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The AKT/mammalian target of rapamycin (AKT/mTOR) and ERK MAPK signaling pathways have been shown to cooperate in prostate cancer progression and the transition to androgen-independent disease. We have now tested the effects of combinatorial inhibition of these pathways on prostate tumorigenicity by performing preclinical studies using a genetically engineered mouse model of prostate cancer. We report here that combination therapy using rapamycin, an inhibitor of mTOR, and PD0325901, an inhibitor of MAPK kinase 1 (MEK; the kinase directly upstream of ERK), inhibited cell growth in cultured prostate cancer cell lines and tumor growth particularly for androgen-independent prostate tumors in the mouse model. We further showed that such inhibition leads to inhibition of proliferation and upregulated expression of the apoptotic regulator Bcl-2–interacting mediator of cell death (Bim). Furthermore, analyses of human prostate cancer tissue microarrays demonstrated that AKT/mTOR and ERK MAPK signaling pathways are often coordinately deregulated during prostate cancer progression in humans. We therefore propose that combination therapy targeting AKT/mTOR and ERK MAPK signaling pathways may be an effective treatment for patients with advanced prostate cancer, in particular those with hormone-refractory disease.
Prostate cancer is one of the most common neoplasms, particularly among aging males in the United States. Like many adenocarcinomas, prostate tumors arise from preinvasive lesions, mainly prostatic intraepithelial neoplasia (PIN), which ultimately progress to adenocarcinoma and, in some cases, metastatic disease (1). Cancer progression, as well as all aspects of normal prostate differentiation, are critically dependent upon androgen receptor (AR) signaling (2).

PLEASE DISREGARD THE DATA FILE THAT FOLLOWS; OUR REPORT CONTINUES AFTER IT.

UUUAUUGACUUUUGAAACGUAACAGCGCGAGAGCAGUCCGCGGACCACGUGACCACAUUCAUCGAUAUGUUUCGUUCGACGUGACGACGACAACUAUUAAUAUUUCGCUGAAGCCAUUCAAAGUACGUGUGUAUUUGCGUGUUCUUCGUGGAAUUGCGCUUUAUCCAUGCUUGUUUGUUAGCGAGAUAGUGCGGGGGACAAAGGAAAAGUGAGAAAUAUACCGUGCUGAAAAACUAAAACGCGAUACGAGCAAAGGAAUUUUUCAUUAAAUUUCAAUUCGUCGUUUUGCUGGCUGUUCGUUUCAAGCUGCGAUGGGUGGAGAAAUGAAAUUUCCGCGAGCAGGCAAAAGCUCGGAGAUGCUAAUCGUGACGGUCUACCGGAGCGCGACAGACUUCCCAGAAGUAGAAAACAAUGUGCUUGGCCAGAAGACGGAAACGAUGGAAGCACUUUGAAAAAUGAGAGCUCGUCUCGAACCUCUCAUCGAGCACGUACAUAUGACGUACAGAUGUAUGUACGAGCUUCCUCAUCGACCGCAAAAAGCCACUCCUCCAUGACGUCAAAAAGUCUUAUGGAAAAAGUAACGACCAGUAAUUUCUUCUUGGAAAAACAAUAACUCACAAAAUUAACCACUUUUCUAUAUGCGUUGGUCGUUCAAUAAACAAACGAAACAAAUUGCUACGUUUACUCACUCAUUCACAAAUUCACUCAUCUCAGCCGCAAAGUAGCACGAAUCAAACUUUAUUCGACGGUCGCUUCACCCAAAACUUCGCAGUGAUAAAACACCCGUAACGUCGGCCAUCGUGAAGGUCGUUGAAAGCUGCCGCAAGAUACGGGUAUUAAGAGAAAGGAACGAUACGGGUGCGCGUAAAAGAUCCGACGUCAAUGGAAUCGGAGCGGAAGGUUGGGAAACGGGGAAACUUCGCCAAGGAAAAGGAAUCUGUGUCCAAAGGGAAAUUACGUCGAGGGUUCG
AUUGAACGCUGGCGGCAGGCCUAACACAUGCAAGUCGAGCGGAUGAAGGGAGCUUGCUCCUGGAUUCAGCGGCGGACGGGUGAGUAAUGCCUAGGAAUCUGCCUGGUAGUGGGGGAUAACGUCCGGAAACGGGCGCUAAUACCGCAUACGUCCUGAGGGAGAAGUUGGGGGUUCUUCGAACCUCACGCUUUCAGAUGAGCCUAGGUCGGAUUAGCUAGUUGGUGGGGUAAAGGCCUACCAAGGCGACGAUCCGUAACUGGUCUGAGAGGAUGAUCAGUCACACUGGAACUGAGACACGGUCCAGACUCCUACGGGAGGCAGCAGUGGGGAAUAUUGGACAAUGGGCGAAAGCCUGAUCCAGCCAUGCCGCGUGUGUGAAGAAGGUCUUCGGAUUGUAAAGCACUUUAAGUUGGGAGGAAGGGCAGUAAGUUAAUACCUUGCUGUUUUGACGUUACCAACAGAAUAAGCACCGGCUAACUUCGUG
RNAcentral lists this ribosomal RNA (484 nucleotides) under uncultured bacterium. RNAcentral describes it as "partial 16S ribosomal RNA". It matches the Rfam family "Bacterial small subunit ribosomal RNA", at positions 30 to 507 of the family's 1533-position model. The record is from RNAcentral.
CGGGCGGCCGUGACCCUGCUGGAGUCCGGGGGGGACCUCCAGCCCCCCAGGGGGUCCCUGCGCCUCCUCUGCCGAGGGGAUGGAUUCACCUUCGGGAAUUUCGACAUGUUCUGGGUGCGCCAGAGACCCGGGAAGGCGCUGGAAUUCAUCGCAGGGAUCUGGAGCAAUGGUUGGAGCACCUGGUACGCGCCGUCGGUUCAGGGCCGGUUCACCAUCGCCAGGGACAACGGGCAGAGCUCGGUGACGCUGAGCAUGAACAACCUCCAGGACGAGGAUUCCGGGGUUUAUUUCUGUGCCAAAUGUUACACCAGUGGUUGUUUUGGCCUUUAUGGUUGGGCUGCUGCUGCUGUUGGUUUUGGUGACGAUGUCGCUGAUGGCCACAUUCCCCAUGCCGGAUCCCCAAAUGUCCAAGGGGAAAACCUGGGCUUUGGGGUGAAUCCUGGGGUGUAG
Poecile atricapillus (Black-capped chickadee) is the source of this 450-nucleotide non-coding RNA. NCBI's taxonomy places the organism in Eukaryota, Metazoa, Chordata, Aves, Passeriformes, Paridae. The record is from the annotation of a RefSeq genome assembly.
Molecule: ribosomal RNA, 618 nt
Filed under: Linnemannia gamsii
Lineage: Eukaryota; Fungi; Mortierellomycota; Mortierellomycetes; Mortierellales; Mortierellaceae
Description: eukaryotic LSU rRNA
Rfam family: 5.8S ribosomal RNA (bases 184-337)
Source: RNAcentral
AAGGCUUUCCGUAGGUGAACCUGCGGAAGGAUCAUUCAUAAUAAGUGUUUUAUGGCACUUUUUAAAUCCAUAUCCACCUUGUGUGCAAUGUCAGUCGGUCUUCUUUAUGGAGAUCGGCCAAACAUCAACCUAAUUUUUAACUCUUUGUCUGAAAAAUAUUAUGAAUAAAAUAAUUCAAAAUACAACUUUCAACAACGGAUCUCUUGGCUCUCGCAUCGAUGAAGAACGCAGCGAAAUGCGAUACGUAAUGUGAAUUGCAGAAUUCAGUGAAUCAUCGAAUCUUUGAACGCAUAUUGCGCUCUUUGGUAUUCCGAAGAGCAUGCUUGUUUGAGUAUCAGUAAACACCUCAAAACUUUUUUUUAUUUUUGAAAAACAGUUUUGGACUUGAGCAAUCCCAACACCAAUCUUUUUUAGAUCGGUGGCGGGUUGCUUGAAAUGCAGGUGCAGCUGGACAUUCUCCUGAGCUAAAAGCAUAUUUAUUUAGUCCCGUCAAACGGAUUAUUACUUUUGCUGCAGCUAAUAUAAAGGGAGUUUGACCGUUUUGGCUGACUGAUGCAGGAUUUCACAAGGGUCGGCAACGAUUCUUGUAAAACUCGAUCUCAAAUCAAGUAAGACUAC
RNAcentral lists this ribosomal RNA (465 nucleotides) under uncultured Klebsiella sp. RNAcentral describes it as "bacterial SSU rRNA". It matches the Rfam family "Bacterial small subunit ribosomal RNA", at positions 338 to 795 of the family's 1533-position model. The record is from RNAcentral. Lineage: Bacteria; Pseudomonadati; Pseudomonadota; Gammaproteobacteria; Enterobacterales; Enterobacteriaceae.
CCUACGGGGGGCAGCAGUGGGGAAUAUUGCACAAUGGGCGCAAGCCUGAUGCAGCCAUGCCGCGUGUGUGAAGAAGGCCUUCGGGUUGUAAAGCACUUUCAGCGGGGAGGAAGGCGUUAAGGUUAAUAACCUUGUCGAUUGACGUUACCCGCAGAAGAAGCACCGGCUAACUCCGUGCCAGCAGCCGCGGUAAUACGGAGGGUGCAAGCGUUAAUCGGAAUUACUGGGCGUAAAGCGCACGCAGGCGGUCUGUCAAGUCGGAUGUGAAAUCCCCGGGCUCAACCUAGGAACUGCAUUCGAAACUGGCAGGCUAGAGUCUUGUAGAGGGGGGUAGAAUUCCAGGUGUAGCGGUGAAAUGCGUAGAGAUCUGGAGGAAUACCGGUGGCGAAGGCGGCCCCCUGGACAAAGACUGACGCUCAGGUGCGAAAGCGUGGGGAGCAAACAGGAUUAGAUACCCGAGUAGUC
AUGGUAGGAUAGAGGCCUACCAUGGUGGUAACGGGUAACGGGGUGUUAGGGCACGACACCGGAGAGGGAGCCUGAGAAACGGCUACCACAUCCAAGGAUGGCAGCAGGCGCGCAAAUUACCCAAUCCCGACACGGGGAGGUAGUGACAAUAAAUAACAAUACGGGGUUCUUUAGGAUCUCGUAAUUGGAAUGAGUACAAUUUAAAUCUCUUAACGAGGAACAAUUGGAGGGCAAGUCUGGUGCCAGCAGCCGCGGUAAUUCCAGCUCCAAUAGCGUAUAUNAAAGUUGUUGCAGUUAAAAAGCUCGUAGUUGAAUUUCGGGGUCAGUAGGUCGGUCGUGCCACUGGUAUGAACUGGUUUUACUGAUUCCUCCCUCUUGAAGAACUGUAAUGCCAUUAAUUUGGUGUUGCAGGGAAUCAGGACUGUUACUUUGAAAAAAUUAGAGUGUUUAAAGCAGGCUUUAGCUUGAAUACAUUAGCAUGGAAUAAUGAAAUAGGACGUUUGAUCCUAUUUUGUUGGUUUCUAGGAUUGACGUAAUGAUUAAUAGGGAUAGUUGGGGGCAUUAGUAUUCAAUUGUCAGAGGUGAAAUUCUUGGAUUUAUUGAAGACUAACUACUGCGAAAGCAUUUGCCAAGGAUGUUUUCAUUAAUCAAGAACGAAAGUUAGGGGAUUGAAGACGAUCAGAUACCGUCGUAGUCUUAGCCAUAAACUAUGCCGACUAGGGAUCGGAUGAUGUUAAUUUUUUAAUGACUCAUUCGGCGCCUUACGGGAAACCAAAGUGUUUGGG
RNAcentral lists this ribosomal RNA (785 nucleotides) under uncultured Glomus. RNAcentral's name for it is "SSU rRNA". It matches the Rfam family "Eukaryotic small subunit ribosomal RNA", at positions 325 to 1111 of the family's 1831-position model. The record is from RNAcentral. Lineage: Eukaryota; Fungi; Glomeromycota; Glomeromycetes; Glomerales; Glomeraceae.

While the prognosis for men diagnosed with early-stage disease has improved considerably in recent years, due to advances in the treatment of organ-confined prostate cancer, there are still few effective therapeutic options for advanced prostate cancer (3–5). The most common, namely abrogation of AR signaling via hormone deprivation therapy, is initially effective but ultimately leads to a hormone-refractory form of the disease, which is usually highly aggressive and frequently lethal. Although advances in chemotherapy have improved patient outcome (4–7), there remains a clear need for effective mechanism-based therapeutic approaches that can achieve long-term improvements in patient outcome.
Among the major signaling networks that have been implicated in advanced prostate cancer are the AKT/mammalian target of rapamycin (AKT/mTOR) and MAPK pathways. Indeed, deregulated expression and/or mutations of the phosphate and tensin homolog tumor suppressor gene (PTEN) occur with high frequency in prostate cancer, leading to aberrant activation of AKT kinase activity as well as its downstream effectors, including the mTOR signaling pathway (e.g., refs. 8–11). In addition, many prostate tumors display deregulated growth factor signaling, which may result in activation of MAPK kinase 1 (MEK) kinase and ultimately ERK MAP signaling (e.g., refs. 12, 13). Notably, previous studies have demonstrated that the AKT/mTOR and MAPK signaling pathways are alternatively and/or coordinately expressed in advanced prostate cancer and function cooperatively to promote tumor growth and the emergence of hormone-refractory disease (8, 11, 13–16). These observations formed the basis for our hypothesis that targeting these signaling pathways combinatorially may be effective for inhibiting tumorigenicity and androgen independence in prostate cancer.